22 February 2010

Puppy Pictures

At some point in our monastic life most of us have had the following words addressed to us: "In the world you were called ... and from now on you shall be called by a new name: Sister ...." Today we had a first: Our new puppy arrived and he heard those words, too ... well, almost those words.

When he was born on 26 December 2009, the puppy was named Nicholas as all of his litter mates received seasonal names (he has brothers named Forrest and Rudy and a sister named Peppermint Candy). Since our faithful guard dog of seven years already has claim to that moniker, we had to tell puppy that his new name is "Gabriel." He didn't get a habit and veil with his new name but he got 20 new sisters and a canine brother.

18 February 2010

Flying Franciscan

As many might know, St. Joseph of Cupertino was known to levitate when he prayed. As amazing a gift as the grace of levitation is, St. Joseph of Cupertino is a model of perseverance and charity for all of us today. We may not find ourselves brushing the ceiling when we pray, but we do find ourselves in situations where we struggle to be charitable in the face of injustice or unkindness; in this, we find a sterling example in the "flying Franciscan."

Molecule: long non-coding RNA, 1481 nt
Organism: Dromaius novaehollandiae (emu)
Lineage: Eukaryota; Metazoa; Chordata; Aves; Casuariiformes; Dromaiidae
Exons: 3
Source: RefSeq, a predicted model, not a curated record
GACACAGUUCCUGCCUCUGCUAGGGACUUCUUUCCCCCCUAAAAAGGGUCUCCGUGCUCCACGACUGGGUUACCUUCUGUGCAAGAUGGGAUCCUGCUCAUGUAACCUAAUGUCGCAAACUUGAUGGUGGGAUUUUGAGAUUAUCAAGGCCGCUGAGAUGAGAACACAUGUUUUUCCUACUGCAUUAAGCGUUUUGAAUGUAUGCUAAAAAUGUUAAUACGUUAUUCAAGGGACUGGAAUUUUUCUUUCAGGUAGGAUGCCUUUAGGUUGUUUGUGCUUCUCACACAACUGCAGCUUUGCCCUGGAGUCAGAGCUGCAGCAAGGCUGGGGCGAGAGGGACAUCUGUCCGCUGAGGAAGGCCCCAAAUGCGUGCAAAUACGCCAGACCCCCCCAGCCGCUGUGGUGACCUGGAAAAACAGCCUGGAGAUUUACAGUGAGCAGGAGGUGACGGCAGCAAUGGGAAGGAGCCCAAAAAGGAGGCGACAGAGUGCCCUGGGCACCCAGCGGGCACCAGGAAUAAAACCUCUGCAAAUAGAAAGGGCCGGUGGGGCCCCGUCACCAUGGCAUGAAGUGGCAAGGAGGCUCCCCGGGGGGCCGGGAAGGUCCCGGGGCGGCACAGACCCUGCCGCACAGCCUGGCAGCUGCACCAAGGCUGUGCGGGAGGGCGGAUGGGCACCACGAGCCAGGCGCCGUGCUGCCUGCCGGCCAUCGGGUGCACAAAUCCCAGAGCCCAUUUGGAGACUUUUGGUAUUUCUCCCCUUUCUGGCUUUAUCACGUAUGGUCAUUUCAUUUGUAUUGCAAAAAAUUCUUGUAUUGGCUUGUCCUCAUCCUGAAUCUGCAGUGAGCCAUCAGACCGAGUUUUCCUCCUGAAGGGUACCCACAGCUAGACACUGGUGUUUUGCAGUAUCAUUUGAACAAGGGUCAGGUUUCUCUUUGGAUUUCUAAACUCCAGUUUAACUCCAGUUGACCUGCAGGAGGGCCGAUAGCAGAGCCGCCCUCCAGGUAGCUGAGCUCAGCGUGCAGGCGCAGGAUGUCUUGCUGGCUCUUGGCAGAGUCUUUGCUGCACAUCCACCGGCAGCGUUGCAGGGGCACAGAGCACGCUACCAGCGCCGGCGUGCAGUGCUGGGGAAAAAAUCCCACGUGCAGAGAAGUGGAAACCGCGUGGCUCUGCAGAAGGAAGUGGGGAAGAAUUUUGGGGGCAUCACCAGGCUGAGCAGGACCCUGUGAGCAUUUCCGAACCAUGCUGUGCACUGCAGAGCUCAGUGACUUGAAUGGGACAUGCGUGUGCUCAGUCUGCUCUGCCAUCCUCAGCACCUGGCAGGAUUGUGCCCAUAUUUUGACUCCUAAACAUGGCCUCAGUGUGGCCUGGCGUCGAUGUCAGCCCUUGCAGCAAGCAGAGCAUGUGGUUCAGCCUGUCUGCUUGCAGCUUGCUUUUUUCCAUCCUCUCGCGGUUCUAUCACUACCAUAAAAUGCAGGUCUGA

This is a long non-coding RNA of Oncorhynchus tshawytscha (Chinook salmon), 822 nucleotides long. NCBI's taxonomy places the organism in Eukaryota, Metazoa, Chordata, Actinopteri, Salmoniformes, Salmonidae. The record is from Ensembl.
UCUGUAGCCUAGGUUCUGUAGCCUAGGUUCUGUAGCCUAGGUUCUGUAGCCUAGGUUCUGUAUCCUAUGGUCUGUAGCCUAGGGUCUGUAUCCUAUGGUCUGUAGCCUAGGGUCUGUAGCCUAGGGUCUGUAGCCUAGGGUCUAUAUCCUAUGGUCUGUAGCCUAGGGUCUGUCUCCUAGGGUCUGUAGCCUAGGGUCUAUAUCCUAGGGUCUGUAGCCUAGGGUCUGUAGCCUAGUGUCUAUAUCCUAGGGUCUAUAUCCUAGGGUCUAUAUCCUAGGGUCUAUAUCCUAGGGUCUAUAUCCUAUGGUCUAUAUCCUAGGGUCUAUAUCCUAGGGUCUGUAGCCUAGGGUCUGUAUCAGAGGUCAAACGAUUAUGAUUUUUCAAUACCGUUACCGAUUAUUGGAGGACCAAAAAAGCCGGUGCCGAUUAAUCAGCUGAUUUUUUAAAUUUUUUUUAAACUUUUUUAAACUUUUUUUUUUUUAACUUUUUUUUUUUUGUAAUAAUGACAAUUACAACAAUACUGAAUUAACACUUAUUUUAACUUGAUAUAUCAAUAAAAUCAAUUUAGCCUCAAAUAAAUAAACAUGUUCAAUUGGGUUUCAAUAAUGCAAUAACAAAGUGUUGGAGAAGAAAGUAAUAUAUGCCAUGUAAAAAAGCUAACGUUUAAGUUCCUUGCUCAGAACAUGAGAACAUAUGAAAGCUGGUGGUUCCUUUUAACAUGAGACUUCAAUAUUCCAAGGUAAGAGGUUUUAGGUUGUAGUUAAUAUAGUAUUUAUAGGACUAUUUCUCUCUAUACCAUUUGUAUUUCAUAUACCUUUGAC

February's "movie and pizza" preceding our monthly all-night adoration will be "Reluctant Saint: St. Joseph of Cupertino." Locals may RSVP on FB or by sending an email. The movie will start at 7.15 in our school's "Little Odeon" on the 3rd floor.

15 February 2010

A Rich Harvest for the Heart

As we approach this sacred season of Lent, we are reminded of the way in which St. Francis de Sales invites us to traverse the 40 days which lead us to the Lord's Passion. For many of us, Lent may seem like a season of privation -- a dry, dusty road which begins with ashes and ends on Calvary. To St. Francis de Sales, Lent was a "spiritual autumn" -- a time in which we are invited to gather a rich and bountiful harvest so that it will serve to nourish our souls for the rest of the year until the next Lent begins. Those of us who do not stock root cellars with a winter's worth of squash and beets may have a hard time finding this image "fruitful" but perhaps a suggestion might help.